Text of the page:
Soldier’s Journey From Refugee To Pilot
If there is someone who knows a thing about hard work and determination, it’s U.S. Army 2nd Lt. Valdeta Mehanja, a pilot with the 1-131st Aviation Regiment. Mehanja is an Albanian native born in Kosovo and a US citizen; she never thought she would get to see Albania.
“I have never visited Albania before. It’s an incredible feeling to be here, as a pilot, in uniform and in the U.S. Military,” said Mehanja. “I would have never gotten this opportunity to fly around Albania if it wasn’t for the military. To be able to experience this just made me so happy.”
Mehanja says this mission feels like “completing a circle.” She grew up poor, and her family became refugees of war, leaving behind what little they owned to survive violent conflict. Years later, as a contractor for the Department of Defense, her convoy traveling to Bagdad was ambushed by Improvised Explosive Devices and gun fire.
“I thought that was it,” she said in an interview in January. However, she was saved by American pilots, and she knew that was what she wanted to do. “It made me want to join aviation. I knew I had a bigger mission. I couldn’t just be a regular person and not give back.”
Since then, Mehanja has achieved that goal and become a UH-60 Blackhawk pilot for the U.S. Army. She felt the circle would soon be complete when she heard the 1-131st was going to Albania to participate in DEFENDER-Europe 21 (Defender 21).
“I was so excited. I couldn’t believe that the Guard unit I joined was going to Albania,” she said. “I didn’t realize how beautiful this country really is until I got to fly around the mountains. I don’t think I could have visited Albania in a better way.”
Mehanja feels strongly about Defender 21, which is her first mission flying outside the U.S.
“Defender 21 is a sign of alliance,” she said. “Even during a pandemic we are able to show how we can quickly move to another county and work with other militaries and build partnerships.”
Since arriving in Albania, Mehanja has been hard at work. Not only has she flown missions, but she’s also served as an interpreter and cultural advisor to the Americans and Albanians working together. She says that she has been happy to take on the extra tasks.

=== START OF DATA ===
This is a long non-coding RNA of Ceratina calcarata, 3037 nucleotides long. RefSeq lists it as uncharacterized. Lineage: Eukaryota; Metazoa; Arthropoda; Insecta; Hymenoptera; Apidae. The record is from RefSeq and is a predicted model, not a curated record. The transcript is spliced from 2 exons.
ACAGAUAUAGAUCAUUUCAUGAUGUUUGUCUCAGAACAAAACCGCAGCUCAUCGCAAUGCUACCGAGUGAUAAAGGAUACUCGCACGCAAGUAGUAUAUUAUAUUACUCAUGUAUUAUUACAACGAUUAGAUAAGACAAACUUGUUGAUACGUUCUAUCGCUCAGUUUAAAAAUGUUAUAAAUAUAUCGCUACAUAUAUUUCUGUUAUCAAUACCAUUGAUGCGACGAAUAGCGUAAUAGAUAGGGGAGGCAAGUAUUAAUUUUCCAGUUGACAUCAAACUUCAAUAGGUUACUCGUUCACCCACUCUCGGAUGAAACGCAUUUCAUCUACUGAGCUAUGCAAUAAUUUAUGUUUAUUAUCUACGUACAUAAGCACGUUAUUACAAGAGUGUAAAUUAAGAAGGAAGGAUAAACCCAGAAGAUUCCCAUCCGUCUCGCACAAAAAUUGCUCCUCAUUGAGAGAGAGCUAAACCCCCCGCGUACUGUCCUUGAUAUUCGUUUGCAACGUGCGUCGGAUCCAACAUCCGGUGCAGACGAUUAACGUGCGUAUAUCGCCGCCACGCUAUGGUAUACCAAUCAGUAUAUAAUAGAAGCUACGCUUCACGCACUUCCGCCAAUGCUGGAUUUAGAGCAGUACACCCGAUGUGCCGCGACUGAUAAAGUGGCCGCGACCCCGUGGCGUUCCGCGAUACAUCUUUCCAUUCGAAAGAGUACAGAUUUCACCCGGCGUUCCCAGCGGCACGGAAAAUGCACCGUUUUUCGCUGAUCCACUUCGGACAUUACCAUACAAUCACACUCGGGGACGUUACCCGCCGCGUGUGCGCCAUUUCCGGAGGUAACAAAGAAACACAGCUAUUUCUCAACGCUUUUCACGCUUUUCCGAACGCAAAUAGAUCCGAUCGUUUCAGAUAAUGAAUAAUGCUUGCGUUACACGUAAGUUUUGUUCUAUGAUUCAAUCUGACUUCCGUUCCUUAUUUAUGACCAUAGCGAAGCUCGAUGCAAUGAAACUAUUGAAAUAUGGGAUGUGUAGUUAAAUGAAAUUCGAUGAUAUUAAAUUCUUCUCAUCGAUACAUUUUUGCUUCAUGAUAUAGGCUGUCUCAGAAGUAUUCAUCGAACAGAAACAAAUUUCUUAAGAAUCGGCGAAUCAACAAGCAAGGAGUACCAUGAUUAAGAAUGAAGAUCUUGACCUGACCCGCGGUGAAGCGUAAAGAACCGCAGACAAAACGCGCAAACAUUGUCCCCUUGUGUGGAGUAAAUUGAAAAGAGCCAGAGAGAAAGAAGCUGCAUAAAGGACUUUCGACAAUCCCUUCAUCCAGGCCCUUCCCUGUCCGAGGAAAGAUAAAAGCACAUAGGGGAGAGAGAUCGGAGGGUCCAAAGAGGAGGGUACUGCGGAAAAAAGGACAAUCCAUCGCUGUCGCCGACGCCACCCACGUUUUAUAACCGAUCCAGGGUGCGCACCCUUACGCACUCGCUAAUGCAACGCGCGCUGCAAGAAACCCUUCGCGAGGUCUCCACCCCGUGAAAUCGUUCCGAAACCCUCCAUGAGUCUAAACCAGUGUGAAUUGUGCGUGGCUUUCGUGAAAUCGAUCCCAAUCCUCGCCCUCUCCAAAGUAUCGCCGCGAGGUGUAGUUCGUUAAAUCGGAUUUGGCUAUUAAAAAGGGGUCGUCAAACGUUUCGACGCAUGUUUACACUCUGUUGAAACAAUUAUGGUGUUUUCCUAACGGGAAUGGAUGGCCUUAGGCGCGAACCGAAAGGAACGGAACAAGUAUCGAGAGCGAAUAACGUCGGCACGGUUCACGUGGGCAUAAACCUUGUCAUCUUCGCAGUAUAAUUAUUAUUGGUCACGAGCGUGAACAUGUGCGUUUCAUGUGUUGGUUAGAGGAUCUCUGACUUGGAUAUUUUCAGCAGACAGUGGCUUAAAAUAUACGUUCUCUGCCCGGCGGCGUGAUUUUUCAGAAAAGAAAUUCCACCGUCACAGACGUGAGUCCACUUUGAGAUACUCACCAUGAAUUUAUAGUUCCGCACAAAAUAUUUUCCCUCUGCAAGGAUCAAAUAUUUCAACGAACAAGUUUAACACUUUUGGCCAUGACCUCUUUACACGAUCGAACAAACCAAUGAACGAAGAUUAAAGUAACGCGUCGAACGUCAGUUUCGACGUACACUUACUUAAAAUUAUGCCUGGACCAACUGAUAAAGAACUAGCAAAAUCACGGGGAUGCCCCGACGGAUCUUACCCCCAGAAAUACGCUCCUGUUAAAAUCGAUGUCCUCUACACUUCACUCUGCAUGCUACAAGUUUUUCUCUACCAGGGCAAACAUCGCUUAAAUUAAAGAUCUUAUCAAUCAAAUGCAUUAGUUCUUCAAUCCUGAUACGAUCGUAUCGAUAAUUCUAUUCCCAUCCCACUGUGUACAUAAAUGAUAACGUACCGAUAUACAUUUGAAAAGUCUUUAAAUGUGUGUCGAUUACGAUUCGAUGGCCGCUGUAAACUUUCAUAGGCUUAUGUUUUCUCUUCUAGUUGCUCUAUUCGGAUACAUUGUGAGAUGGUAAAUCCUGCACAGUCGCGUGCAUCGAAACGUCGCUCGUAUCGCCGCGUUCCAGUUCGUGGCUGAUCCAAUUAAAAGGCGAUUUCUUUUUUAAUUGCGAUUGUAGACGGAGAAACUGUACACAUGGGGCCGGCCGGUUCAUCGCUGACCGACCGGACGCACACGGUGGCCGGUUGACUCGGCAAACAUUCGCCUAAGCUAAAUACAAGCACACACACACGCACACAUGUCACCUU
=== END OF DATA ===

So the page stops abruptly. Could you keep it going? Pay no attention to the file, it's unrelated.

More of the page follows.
“If we work together, we will be stronger together,” she explained. “I think keeping that partnership and continuing missions and training together will open up a whole other window to experience other cultures.”
Outside these duties, Mehanja has become somewhat of a local celebrity. She’s met with hundreds of locals, been interviewed by numerous news sources, met U.S. Ambassador Yuri Kim, and shook hands with the President of Albania IIir Meta.
“It meant so much that they’re acknowledging how difficult my journey was and that they’re proud I’m here and working together with them,” she said. “It was a very special moment for me and I’ll never forget it. I’ll cherish it for the rest of my life.”
Mehanja said her family is incredibly proud of her and are shocked at how things turned out in Albania.
“It is a huge deal,” she exclaimed, “I don’t think my mom, who was not allowed to go to school, would have ever thought that her daughter would be shaking hands with an Albanian president. My family is just so proud that I was able to come here as a U.S. military pilot and work with the Albanians and that I get to help.”
Despite all of this, she remains humble and hopes her story can inspire others and help build friendships between her nations.
“Anything is possible if you work hard for it. Just when you think you can’t accomplish something because the journey is too tough, that doesn’t mean it’s impossible and that it’ll never happen,” she explained. “I was able to do this despite the odd against me. Anyone can do it too, I’m hoping everyone will be inspired to succeed in their goals.”
Mehanja doesn’t believe she would be as successful without the 1-131st Aviation Regiment and the Alabama National Guard.
“I seriously have the best unit; I have the best commander; I have been so incredibly lucky. They have allowed me to have this experience, to be a part of this. It was God’s work and everyone here that made this possible and I want to thank them.”